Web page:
Wednesday, November 17, 2010

Quarterbacks: More Than Just Throwers

interesting piece in today's WSJ regarding how to judge quarterback efficiency and play on more than just throwing alone

http://online.wsj.com/article/SB10001424052748704312504575618762643111900.html

"That would take in the ability to move a team down the field," he said. "That would take in running ability." His argument, it turned out, foreshadowed a more intuitive formula devised by David Berri, a sports economist at the University of Southern Utah and the co-author of the book "The Wages of Wins."

Dr. Berri's system, which he called QB Score, analyzed data to determine which aspects of a game contributed most to a team's scoring or surrendering points. It places greater value on all the yards a quarterback gains (regardless of how he gains them) and on turnovers (including fumbles). A quarterback's rushing totals aren't a huge factor, Dr. Berri said, but they're taken into greater account.

8 comments:

Coach Hoover said...

Interesting. I would like to see this measure applied to college QBs.

Kevin said...

Hey, completely off topic comment. What about some info or dialogue about the flex TE? I'd like to hear a breakdown on how some teams are using that set for runs, while keeping the pass threat.

salt_bagel said...

I think this is a great idea. I'd really like to see a calculation of yards per dropback, which would be similar to yards per pass attempt, but would account for scrambles (and sacks, which are handled differently in pro versus college).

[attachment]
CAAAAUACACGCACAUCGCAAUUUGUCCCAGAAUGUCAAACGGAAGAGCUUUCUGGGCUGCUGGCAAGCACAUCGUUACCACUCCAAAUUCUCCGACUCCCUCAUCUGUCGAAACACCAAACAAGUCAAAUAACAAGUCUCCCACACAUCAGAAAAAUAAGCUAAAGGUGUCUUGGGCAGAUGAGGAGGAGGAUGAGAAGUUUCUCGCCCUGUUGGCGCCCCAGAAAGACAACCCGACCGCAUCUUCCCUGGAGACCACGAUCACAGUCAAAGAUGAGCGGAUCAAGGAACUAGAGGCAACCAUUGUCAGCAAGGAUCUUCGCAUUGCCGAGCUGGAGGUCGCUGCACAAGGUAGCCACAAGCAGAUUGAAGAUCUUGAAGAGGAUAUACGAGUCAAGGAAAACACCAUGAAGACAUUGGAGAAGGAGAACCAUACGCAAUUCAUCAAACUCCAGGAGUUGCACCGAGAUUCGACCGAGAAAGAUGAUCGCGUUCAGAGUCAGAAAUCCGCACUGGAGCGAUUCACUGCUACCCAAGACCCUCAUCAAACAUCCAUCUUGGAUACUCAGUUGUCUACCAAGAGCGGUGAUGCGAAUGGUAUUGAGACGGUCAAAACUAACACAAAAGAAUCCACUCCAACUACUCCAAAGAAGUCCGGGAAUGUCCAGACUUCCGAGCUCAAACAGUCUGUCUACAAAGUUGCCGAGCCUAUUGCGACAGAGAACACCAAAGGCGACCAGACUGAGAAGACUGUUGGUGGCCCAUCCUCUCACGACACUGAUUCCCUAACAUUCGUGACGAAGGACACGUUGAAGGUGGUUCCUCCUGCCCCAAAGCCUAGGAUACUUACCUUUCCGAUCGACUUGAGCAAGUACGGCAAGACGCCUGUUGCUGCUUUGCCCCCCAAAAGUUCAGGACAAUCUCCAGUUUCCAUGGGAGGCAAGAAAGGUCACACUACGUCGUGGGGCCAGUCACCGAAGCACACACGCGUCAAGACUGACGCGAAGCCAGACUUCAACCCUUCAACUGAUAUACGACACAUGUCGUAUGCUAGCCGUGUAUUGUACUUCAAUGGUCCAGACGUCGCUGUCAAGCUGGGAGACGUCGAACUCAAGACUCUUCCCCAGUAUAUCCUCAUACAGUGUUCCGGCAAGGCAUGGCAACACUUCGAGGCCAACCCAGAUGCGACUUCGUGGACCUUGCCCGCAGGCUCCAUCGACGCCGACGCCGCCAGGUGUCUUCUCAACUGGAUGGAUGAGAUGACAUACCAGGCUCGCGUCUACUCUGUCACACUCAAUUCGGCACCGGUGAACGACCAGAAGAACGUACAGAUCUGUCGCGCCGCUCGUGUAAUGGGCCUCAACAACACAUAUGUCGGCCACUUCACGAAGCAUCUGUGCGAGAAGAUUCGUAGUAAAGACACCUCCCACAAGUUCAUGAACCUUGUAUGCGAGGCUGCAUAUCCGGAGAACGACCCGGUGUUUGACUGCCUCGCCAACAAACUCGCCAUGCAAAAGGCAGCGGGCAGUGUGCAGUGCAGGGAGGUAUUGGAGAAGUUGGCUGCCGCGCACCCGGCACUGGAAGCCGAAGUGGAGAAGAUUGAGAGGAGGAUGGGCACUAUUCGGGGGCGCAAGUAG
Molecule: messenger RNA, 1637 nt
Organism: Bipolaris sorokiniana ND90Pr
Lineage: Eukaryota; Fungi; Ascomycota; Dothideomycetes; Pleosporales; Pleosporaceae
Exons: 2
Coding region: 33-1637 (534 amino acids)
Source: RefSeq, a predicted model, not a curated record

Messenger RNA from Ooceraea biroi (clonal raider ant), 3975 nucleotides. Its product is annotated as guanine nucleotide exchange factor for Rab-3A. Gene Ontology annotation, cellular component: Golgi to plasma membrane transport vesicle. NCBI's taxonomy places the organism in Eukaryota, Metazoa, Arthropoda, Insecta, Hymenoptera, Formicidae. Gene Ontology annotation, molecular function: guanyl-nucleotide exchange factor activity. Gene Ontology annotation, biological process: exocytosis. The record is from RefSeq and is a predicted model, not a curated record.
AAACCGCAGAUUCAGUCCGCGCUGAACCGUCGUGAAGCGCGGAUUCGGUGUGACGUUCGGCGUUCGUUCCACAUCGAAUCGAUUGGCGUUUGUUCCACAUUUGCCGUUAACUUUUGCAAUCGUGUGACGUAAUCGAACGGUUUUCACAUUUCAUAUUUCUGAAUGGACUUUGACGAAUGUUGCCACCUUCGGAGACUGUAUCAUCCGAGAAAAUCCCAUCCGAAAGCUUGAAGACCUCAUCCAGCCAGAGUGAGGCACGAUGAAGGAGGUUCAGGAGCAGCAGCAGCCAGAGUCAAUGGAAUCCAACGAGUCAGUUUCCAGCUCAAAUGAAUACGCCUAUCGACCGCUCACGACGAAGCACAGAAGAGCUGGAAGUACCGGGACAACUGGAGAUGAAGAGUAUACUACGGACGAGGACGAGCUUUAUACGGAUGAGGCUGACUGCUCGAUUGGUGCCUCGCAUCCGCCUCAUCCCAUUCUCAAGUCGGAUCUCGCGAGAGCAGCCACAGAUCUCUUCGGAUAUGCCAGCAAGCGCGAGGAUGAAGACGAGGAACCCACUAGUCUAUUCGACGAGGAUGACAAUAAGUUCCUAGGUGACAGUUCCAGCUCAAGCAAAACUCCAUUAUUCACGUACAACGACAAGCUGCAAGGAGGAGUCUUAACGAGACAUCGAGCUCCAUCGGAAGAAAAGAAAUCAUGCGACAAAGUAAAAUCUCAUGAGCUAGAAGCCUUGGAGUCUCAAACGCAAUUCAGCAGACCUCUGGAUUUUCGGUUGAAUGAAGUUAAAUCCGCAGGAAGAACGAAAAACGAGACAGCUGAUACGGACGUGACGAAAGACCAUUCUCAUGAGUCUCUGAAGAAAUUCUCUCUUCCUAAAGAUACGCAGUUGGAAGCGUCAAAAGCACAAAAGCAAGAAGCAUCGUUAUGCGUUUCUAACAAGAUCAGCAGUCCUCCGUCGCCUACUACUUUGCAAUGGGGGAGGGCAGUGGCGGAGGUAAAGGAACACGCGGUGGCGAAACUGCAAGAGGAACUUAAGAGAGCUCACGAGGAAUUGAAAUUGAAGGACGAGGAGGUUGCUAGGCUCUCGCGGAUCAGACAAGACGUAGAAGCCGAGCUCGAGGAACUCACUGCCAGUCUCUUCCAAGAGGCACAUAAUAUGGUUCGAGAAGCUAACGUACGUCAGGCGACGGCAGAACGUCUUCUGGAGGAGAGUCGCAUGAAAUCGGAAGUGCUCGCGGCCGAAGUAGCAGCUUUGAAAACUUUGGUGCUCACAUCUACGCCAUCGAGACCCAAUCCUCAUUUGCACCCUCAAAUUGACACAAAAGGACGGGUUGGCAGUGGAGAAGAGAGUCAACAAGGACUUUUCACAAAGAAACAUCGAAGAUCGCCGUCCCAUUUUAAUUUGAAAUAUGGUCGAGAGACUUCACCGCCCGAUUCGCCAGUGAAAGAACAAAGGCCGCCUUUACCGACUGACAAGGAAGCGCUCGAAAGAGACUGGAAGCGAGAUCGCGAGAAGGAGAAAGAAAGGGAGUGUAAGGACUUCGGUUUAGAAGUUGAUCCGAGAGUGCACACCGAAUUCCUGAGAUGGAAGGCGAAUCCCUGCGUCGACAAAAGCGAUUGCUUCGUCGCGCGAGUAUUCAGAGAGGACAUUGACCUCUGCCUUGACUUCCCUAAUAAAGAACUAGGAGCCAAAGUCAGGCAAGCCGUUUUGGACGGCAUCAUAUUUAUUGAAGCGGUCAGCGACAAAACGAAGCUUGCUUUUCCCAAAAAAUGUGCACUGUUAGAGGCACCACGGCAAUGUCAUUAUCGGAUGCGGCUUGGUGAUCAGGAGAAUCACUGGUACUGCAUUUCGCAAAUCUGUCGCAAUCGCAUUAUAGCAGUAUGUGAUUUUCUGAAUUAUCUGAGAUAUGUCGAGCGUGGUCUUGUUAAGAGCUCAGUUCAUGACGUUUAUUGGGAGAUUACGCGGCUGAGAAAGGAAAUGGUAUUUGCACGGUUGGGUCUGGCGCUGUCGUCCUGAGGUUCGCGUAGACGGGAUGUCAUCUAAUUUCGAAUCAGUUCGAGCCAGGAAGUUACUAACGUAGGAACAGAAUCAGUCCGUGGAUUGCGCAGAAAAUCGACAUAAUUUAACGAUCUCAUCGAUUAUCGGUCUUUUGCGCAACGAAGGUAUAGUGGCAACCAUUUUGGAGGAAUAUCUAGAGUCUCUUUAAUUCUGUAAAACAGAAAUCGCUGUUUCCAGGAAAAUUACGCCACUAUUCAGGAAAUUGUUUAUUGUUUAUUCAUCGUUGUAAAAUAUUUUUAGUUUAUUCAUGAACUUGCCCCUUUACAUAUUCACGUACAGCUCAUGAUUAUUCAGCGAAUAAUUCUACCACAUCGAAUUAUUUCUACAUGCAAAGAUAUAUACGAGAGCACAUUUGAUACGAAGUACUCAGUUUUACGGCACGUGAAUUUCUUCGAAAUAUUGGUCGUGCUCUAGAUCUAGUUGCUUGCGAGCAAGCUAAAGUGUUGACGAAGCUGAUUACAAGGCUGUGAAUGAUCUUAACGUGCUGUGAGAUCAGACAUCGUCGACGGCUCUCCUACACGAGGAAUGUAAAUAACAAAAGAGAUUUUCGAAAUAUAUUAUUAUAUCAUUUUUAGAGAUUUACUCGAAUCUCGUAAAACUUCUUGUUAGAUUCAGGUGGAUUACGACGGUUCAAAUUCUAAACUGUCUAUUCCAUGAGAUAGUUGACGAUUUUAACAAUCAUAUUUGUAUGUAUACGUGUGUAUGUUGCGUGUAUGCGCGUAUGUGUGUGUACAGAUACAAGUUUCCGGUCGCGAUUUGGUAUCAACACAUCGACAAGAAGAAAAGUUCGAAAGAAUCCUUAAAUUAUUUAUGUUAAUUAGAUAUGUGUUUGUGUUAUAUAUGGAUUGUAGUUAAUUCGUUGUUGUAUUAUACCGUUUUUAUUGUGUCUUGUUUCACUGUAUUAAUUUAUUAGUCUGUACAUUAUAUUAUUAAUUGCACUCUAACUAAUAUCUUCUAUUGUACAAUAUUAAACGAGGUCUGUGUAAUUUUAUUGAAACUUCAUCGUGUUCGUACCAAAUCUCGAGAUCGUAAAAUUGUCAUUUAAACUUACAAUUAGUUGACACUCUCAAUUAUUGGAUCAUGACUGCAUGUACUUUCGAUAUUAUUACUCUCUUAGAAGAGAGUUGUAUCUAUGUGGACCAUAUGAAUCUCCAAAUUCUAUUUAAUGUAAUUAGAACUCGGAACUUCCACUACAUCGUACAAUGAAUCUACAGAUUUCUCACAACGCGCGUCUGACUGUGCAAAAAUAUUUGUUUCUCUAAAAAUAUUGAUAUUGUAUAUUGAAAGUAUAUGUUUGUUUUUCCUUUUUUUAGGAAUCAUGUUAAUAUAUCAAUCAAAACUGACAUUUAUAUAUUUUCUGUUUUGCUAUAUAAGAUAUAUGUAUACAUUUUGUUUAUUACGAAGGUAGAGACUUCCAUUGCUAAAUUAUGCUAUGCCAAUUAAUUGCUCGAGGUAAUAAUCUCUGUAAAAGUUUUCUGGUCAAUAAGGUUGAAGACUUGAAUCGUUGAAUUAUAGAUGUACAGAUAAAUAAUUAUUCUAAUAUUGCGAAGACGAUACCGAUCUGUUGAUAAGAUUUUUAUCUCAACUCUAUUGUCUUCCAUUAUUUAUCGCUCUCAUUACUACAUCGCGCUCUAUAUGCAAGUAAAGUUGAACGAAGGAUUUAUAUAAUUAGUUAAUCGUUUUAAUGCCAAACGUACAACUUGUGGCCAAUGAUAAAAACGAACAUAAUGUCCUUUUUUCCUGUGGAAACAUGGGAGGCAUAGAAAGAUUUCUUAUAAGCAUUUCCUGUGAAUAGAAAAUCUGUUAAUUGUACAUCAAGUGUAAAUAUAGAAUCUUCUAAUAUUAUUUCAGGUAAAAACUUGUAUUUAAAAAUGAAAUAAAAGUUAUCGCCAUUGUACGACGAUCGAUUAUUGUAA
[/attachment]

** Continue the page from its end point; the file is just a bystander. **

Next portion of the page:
For a theoretical quarterback, when is it the optimal strategy to take off and run? And how often do offenses build take-off reads into pass plays? In other words, if you have a scrambling qb, wouldn't it make sense to have reads built in to pass plays that say something like, "if man, then scramble is your #2 read"?

brophy said...

that decision logic is essentially what Darin Slack C4 method is

salt_bagel said...

Then the next question would be: Can that logic be statistically supported using scramble yardage numbers? In other words, with statistics and analysis of past plays, can you figure out past success rates with scramble vs. try-to-find-a-receiver, and figure out whether a quarterback is running too much, or staying in the pocket too much?

I can also see where you could use these stats as a more objective way to analyze play calling, or even adjust reads based on the talent you have.

Sorry, I know this isn't a stats blog, but it's just interesting that it's taken so long for statistical measures to catch up to the reality.

salt_bagel said...

I thought Slack was about training QB fundamentals and thought processes. Do they also train offensive coaching and schemes, too?

brophy said...

I don't believe stats will/can be the final arbiter of efficiency. You can grade a quarterback's performance that takes into account each situation in its proper context. With game performance grading, you could determine if the quarterback is correctly processing his assignments/reads efficiently.....I'm not sure stats alone could give you that.The Slack R4 method/processing of a pass concept. It is applicable to any offense and tailor-made for every 5-step concept.

Todd said...

great article

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